Agriculture ranks among the most hazardous industries. Farmers are at very high risk for fatal and nonfatal injuries; and farming is one of the few industries in which family members (who often share the work and live on the premises) are also at risk for fatal and nonfatal injuries. Agriculture is different from many industries in that it can present hazards to people not actively involved in the industry, such as family members living on the farm and visitors, in addition to workers. Additionally, hazards may exist for emergency medical services personnel and other healthcare professionals as they provide assistance and care to victims of farm accidents.
Health risks for farmers and farmworkers include:
- Exposure to farm chemicals, such as pesticides and fertilisers, as well as toxic gases which may be produced from common farm practices like manure decomposition and silo crop storage
- Exposure to high levels of dust, which can contain mold, bacteria, and animal droppings, among other things
- Falls from ladders, farm equipment, grain bins, or other heights
- Exposure to ultraviolet rays from the sun, which can result in skin cancer
- Joint and ligament injuries, which can result in arthritic conditions affecting mobility
- Exposure to loud noises and sounds from machinery and equipment which can result in hearing loss
- Stress from environmental factors, such as droughts, floods, wildfires, pests, and diseases affecting crops and livestock, as well as from working long hours, financial concerns, and feelings of isolation and frustration
- Risk of suffocation in a grain bin if a person is engulfed by the grain
- Risk of heatstroke, frostbite, or hypothermia from working outside in extreme weather conditions
- Risk of injury from operating farm equipment and motorized vehicles
- Risk of injury from working with livestock
- Risk of electrocution to persons operating large equipment that can contact overhead power lines
General Tips for a Safe Working Environment:
- For an effective farm or ranch safety program, first perform a safety status assessment.
- Make safety everyone's concern including family, employees, visitors, and yourself.
- Be aware of what you are doing and your surroundings. The highest percentage of injuries happen during routine, 'every day' chores.
- Ask for help if a task might be more than you can handle alone.
- Take short rest breaks, so you don't overexert yourself.
- Eat a well balanced diet and get plenty of sleep.
- Stay away from equipment if you are angry. Wait a little while until you cool down.
- Train new equipment operators before letting them work on their own.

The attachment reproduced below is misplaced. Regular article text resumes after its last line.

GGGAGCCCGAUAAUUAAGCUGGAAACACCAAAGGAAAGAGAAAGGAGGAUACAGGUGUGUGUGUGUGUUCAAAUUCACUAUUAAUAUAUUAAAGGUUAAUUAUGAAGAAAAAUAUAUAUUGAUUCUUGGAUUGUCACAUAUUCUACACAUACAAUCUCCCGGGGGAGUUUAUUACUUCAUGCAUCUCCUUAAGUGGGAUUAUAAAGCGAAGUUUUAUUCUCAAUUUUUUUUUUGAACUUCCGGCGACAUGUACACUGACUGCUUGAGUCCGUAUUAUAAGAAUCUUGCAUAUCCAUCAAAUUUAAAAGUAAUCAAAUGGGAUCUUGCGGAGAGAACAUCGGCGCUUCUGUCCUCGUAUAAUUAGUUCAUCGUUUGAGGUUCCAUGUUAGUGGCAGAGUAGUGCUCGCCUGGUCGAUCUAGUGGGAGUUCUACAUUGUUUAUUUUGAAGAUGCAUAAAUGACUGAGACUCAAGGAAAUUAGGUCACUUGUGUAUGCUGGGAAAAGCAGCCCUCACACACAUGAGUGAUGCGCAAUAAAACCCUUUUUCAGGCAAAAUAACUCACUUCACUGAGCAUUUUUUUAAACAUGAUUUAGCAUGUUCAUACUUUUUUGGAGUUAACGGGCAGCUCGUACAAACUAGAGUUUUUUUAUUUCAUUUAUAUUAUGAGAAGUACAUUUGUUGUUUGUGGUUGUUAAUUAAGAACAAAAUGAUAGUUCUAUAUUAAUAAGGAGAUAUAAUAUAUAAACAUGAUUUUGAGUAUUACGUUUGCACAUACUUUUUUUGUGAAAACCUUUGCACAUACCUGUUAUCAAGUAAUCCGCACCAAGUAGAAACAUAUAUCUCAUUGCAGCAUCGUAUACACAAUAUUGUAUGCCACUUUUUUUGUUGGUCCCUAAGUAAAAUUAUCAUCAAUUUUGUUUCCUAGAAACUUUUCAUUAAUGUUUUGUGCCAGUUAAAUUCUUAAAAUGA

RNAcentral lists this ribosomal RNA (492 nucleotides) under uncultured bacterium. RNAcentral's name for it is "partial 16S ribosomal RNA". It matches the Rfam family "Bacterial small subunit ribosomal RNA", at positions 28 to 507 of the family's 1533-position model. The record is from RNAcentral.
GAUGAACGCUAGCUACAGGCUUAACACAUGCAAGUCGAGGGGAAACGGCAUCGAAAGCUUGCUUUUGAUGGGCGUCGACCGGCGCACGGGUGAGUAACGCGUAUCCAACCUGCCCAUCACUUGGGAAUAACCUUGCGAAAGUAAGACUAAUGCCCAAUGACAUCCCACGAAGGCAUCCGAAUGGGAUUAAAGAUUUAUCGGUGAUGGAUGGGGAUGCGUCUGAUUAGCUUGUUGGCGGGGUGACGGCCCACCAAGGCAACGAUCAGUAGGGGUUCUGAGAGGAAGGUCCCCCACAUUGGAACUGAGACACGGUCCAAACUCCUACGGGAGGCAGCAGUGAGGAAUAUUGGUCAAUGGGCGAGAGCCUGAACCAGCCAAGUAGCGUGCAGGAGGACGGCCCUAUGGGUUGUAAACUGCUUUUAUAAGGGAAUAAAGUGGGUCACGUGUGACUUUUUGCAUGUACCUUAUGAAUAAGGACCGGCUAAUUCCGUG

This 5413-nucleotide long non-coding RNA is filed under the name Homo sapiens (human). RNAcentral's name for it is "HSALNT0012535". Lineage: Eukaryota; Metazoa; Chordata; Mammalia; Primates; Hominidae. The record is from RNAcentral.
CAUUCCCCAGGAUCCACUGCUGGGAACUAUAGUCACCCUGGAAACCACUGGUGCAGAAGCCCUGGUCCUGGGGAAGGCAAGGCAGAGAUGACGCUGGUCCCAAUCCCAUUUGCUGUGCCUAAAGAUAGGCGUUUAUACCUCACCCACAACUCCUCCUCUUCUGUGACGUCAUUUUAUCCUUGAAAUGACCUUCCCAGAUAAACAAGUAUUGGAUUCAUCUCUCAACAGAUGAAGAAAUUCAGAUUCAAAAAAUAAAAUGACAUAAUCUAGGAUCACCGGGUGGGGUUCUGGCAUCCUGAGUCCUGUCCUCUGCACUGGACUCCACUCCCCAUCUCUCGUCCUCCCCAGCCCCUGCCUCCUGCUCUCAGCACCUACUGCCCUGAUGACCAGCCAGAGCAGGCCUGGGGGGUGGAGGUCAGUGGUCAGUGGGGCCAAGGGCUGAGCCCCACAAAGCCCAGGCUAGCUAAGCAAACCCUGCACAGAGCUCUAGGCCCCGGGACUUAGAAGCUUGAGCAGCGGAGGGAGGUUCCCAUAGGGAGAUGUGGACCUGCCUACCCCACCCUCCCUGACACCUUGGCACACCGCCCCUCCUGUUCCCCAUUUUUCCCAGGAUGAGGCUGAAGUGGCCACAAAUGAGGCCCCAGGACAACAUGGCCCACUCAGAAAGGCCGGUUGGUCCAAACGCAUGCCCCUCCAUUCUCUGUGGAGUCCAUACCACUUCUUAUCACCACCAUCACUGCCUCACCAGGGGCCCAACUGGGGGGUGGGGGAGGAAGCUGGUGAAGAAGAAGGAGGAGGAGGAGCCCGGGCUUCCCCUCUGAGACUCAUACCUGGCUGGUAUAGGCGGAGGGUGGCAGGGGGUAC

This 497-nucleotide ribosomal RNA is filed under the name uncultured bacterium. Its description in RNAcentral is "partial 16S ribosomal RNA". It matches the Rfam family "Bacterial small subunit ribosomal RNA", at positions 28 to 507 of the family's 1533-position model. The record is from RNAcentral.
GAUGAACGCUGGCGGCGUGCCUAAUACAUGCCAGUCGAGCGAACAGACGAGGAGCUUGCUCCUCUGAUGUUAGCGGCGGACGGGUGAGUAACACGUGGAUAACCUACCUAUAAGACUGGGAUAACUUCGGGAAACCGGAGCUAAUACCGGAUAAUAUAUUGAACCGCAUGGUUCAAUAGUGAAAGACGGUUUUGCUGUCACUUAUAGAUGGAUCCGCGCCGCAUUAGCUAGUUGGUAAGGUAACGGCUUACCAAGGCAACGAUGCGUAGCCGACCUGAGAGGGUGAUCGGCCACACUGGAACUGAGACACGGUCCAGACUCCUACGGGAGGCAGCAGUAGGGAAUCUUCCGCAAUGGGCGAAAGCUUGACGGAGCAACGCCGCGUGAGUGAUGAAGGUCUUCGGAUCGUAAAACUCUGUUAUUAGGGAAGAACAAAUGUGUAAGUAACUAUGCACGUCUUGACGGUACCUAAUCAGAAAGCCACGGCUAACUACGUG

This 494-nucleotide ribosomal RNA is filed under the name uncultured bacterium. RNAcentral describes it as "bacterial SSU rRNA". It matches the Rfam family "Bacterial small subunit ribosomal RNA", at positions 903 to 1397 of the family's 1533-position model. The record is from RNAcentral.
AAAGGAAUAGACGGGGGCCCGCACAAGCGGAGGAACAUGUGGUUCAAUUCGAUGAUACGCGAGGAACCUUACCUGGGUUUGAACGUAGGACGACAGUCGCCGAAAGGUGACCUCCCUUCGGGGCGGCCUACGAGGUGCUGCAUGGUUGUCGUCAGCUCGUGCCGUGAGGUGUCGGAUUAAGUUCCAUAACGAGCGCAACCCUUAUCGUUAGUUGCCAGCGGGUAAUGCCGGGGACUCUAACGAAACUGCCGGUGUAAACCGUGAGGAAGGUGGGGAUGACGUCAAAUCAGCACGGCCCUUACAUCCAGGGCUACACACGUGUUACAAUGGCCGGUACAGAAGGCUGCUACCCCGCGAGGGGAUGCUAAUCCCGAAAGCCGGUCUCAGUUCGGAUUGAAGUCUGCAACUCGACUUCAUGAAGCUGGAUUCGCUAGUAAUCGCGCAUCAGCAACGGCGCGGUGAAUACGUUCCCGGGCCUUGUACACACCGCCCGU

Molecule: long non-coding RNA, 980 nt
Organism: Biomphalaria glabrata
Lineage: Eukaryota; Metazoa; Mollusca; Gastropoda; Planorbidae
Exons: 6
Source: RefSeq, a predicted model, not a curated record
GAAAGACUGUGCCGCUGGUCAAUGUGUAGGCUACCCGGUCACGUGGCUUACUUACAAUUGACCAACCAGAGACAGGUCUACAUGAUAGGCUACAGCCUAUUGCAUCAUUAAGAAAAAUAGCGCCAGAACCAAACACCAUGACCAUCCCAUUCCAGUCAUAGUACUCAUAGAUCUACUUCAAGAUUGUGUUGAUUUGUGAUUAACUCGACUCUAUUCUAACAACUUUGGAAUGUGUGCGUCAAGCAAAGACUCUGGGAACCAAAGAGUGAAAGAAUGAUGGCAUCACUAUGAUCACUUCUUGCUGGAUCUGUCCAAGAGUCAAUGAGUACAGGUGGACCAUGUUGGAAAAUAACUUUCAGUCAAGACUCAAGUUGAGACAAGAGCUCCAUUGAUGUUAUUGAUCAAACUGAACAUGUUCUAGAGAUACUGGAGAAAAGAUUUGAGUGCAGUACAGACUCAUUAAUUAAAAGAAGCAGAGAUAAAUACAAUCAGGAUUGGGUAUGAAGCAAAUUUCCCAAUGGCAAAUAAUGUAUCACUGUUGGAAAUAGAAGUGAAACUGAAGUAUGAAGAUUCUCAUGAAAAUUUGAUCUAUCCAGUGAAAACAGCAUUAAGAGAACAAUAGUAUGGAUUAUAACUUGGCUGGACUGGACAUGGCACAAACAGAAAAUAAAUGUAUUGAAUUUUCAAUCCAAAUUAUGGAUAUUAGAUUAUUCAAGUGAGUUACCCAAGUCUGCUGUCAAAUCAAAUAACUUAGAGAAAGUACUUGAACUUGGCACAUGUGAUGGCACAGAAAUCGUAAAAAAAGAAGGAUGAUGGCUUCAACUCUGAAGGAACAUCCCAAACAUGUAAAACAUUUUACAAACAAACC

- Read the operator's manuals for all equipment.
- Wear the proper personal protective equipment (PPE) for 'every day' chores and for specific jobs. Protective footwear, that also provides ankle support, and close fitting clothing are important for 'every day' work. (Specific job related PPE is discussed in the following modules
Personal Protective Equipment:
- Training- It is the responsibility of supervisors to provide training to their employees on identifying when the selected personal protective equipment is necessary, on how to use the equipment, and on proper care and maintenance of it.
- Apparel- The purpose of protective apparel is to provide protection for the body from chemical exposure, temperature extremes, and injury from sharp objects. Lab coats, chemical resistant aprons, and disposable tyvek suits are examples of protective apparel. Proper selection should be based on intended use.
- Foot Protection- Appropriate footwear that is effective in preventing or limiting injury shall be worn where employees are exposed to conditions which may cause foot injuries. As a general rule, low-heeled, closed-toe shoes shall be worn in all laboratory operations where there is a likelihood of exposure to spilled chemicals.
- Eye Protection- Eye injuries can translate into pain, loss of time, money and even your eyesight. Even a slight loss or impairment of your vision is a tremendous price to pay for a moment of carelessness. It is a dreadful reminder of what taking a risk can mean. Wear proper eye protection where eye protection hazards are apparent and use common sense. Become acquainted with proper first aid treatment for eye injuries and seek medical attention if there is an eye injury.
- Helmets- Employees working in areas where there is possible danger of head injury from impact, falling or flying objects, or electrical shock and burns must wear protective helmets. The typical “hard hat” is the protective helmet of choice in most situations. Hard hats for short-term use can be obtained from the Facilities Services Tool Room.
- Respirators- The ability of respiratory protective equipment to provide adequate protection is based on proper selection and fit and on training in the use of the respirator. Therefore, respirators which are intended for protection against harmful dusts, fogs, fumes, mists, gases, smokes, sprays, or vapours must not be obtained or worn by employees without the approval of EH&S and in accordance with the Respiratory Protective Equipment Safety Program.
PPE not only helps protect people but also improves productivity. Farmers and ranchers can benefit from using the appropriate protective equipment for themselves, family members, and workers when the job and its potential hazards call for it. Protective equipment must be carefully selected. Test fit the protective equipment to be sure of a proper and comfortable fit.